Tuesday, 27 September 2016

Rechargeable batteries half the size, or double the charge

There's an interesting story here in all about circuits about new battery technology that could double the density. In a lot of applications, battery weight is critical. Remote control helicopters is one example, since the power inside the battery must be used to lift the battery itself. These first appeared in the mid 1990s with nickel-cadmium batteries, but later became popular as toys when lithium-ion polymer batteries provided sufficient current for the weight. The development in battery technology marches on, and now a solar-powered plane has flown around the world. It takes a while to find information about the batteries  on the Solar Impulse website, but without the four lithium polymer batteries, which make up a quarter of the plane's weight, it would have struggled to stay up through the nights, or get through any clouds on the way to or from the stratosphere. 

Although solar power is the biggest part of the solar impulse story in the media, the batteries may be more significant, making possible hydro-electric or nuclear-fusion powered flight. Where toys and explorers play, the industrial economy often follows, and I will not be surprised to see some commercial battery-powered flight in the next ten years. It will certainly start off expensive and short-haul, perhaps flying from airports in built-up areas where noise and pollution are bigger issues. Flexible solar panels may be used cosmetically, but the batteries will be the power source.

Anyway, one of the reasons why lithium is a more popular battery choice than nickel-cadmium is that it's lighter. Anyone who has seen the periodic table knows that lithium comes in at number three, right after hydrogen and helium. Electricity is basically stored in the outer electron of each atom, so the light weight of the lithium atom means more free electrons per weight. The first lithium batteries were made with mixtures of other metals, like iron or manganese. In lithium-ion batteries, lithium atoms freed from their out electrons float through the electrolyte from one side of the battery to the other. Once these were put in plastic cases, they started to be called lithium polymer batteries. In its more technical meaning, lithium-ion polymer batteries have a polymer electrolyte.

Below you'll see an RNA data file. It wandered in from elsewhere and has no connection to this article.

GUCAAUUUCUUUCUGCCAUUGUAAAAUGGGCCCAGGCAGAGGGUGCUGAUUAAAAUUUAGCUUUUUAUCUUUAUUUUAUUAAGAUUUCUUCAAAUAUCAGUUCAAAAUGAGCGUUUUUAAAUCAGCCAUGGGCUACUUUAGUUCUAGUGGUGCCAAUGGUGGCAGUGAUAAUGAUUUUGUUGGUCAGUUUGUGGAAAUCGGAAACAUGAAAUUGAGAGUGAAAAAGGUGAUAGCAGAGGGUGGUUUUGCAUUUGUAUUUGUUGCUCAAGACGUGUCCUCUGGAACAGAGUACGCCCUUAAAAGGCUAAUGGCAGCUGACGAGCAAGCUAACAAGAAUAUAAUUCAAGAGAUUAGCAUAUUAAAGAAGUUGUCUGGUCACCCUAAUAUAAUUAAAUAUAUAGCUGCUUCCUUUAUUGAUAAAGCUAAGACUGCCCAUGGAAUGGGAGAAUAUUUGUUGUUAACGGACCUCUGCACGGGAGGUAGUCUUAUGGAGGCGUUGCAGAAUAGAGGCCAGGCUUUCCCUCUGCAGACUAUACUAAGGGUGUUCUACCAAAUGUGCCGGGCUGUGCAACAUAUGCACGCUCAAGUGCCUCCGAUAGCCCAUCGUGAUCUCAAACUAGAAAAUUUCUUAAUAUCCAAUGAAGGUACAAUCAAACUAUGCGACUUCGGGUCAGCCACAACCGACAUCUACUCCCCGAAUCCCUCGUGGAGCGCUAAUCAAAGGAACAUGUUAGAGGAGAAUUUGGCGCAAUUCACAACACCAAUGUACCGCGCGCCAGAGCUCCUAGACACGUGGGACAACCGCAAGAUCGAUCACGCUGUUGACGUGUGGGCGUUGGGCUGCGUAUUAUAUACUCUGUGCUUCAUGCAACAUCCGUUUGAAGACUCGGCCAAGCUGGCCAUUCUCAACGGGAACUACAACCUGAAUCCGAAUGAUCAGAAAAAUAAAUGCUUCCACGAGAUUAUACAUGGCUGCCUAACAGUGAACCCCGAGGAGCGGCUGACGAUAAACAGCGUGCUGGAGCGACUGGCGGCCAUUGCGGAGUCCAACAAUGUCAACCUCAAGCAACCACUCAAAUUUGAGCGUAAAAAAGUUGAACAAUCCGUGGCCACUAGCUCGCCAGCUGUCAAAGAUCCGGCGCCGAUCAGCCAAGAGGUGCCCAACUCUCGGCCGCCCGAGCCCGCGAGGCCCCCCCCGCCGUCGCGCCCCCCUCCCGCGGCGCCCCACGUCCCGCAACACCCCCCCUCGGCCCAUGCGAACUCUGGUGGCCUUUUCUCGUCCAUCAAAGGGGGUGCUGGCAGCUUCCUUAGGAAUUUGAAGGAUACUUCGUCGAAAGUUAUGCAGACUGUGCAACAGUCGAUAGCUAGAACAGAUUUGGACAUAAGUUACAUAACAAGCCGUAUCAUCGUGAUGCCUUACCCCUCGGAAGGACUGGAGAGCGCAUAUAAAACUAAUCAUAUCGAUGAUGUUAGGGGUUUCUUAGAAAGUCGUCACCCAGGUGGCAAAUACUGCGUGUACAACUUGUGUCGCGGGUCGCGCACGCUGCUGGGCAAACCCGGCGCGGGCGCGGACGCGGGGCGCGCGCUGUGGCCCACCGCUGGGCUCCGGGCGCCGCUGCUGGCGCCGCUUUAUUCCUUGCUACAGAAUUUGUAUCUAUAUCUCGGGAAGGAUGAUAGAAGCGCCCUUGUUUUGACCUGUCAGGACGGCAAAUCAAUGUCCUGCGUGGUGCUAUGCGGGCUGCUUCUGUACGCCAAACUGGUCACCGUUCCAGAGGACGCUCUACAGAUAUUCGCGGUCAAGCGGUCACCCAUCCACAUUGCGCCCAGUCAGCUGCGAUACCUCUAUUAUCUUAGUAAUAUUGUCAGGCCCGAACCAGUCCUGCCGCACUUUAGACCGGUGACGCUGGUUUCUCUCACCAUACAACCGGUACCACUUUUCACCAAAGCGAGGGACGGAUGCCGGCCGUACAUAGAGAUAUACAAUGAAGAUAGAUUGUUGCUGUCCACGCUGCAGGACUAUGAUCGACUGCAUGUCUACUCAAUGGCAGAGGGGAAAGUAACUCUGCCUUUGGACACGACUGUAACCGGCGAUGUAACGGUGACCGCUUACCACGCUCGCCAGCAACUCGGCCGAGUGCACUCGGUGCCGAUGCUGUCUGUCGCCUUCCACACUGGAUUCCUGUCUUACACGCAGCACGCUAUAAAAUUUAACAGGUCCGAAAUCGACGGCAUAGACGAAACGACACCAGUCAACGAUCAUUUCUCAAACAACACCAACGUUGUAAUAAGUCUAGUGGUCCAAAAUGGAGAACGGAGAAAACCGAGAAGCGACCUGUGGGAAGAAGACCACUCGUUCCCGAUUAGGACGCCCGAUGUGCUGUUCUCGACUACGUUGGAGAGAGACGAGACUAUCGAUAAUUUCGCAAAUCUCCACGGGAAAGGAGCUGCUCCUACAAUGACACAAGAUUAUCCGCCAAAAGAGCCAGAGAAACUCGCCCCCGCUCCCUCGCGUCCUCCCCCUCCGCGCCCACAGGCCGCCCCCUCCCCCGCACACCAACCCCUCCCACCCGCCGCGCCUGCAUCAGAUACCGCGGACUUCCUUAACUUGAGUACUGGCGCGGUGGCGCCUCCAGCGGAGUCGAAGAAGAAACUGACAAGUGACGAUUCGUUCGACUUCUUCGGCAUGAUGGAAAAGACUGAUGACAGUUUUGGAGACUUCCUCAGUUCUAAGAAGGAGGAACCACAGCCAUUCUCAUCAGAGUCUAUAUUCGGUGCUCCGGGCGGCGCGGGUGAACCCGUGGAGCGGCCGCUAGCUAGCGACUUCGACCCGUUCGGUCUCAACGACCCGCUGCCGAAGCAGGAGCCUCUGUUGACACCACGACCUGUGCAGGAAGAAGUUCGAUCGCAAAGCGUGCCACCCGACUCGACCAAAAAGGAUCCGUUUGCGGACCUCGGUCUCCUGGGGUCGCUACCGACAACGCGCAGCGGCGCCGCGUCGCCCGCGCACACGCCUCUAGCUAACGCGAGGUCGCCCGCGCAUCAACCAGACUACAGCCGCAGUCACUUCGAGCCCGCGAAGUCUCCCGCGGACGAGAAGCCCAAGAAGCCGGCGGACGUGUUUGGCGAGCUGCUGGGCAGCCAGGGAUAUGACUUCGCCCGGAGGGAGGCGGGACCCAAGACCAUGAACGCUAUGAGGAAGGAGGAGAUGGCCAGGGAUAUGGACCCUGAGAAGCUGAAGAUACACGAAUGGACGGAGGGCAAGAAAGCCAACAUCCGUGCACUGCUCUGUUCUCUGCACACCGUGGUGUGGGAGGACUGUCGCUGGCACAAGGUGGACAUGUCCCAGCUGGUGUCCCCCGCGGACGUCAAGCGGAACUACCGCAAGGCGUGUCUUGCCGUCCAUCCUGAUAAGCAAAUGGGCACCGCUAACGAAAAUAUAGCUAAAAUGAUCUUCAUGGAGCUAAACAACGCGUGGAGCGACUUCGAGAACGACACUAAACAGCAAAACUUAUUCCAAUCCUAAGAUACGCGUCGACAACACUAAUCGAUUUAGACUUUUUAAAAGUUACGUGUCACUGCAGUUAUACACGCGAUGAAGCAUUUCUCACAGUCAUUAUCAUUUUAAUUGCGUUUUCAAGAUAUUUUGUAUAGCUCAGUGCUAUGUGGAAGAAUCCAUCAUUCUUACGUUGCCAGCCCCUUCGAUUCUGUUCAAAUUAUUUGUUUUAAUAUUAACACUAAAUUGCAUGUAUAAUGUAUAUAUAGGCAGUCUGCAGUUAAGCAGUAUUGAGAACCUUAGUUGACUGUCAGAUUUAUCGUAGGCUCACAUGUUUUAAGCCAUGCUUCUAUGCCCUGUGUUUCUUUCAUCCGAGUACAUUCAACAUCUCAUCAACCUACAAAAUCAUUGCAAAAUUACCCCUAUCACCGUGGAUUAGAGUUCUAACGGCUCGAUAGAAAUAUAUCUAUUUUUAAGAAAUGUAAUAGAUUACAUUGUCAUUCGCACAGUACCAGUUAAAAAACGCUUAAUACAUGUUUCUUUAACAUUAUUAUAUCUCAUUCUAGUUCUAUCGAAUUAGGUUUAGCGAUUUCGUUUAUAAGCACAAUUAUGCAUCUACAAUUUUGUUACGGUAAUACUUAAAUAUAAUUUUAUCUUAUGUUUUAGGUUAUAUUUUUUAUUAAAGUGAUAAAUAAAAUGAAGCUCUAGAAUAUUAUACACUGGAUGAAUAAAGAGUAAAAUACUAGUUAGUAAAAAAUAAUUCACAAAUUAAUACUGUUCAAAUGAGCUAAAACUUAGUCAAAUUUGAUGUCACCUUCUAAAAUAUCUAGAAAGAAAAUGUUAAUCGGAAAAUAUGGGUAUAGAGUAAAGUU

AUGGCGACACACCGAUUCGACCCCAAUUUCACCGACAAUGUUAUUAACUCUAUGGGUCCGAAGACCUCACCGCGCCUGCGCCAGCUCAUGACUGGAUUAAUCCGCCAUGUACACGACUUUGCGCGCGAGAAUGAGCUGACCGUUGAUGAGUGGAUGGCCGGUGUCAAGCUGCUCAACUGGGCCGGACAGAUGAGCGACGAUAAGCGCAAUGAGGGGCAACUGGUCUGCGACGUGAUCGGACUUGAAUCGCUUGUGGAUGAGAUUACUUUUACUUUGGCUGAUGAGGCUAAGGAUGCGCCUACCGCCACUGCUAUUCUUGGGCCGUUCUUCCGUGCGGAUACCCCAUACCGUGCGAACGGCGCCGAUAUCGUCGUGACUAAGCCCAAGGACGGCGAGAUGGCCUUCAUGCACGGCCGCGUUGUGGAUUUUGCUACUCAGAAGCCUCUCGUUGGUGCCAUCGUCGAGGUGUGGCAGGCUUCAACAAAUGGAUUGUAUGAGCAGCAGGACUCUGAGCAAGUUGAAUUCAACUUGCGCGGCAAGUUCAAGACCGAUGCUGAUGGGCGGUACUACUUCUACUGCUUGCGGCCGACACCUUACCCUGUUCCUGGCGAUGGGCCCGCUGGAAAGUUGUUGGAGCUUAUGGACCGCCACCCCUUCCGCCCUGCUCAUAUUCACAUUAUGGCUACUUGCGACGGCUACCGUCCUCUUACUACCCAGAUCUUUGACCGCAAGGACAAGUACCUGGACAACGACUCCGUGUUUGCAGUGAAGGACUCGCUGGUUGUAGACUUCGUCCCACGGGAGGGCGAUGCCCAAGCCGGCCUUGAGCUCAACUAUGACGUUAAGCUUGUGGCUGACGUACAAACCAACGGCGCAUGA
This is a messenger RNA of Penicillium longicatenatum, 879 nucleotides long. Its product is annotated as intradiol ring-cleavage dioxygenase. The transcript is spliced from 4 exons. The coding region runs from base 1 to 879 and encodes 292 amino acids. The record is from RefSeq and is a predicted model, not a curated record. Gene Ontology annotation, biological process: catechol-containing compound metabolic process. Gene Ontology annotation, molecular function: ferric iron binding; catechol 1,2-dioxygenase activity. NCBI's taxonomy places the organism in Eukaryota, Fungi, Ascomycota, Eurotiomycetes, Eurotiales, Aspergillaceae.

Image from of Business Wire.
As far as the travelling ions are concerned, batteries have an anode on one side and a cathode on the other. The first lithium batteries used the metal case as the cathode, and a large chunk of lithium as the anode. Lithium-ion batteries use graphite for the anodes. This new technology uses a thin film of lithium as the anode, which means it can hold extra charge with less weight.

These batteries are still using the ions to carry the charge rather than the electrons. Looking at the relative size of the electrons and ions, this is a bit like playing tennis where the players have to go back and forth over the net, rather than the ball. Battery technology is progressing, but still has a long way to go!

You can see an infographic of how other kinds of batteries work here.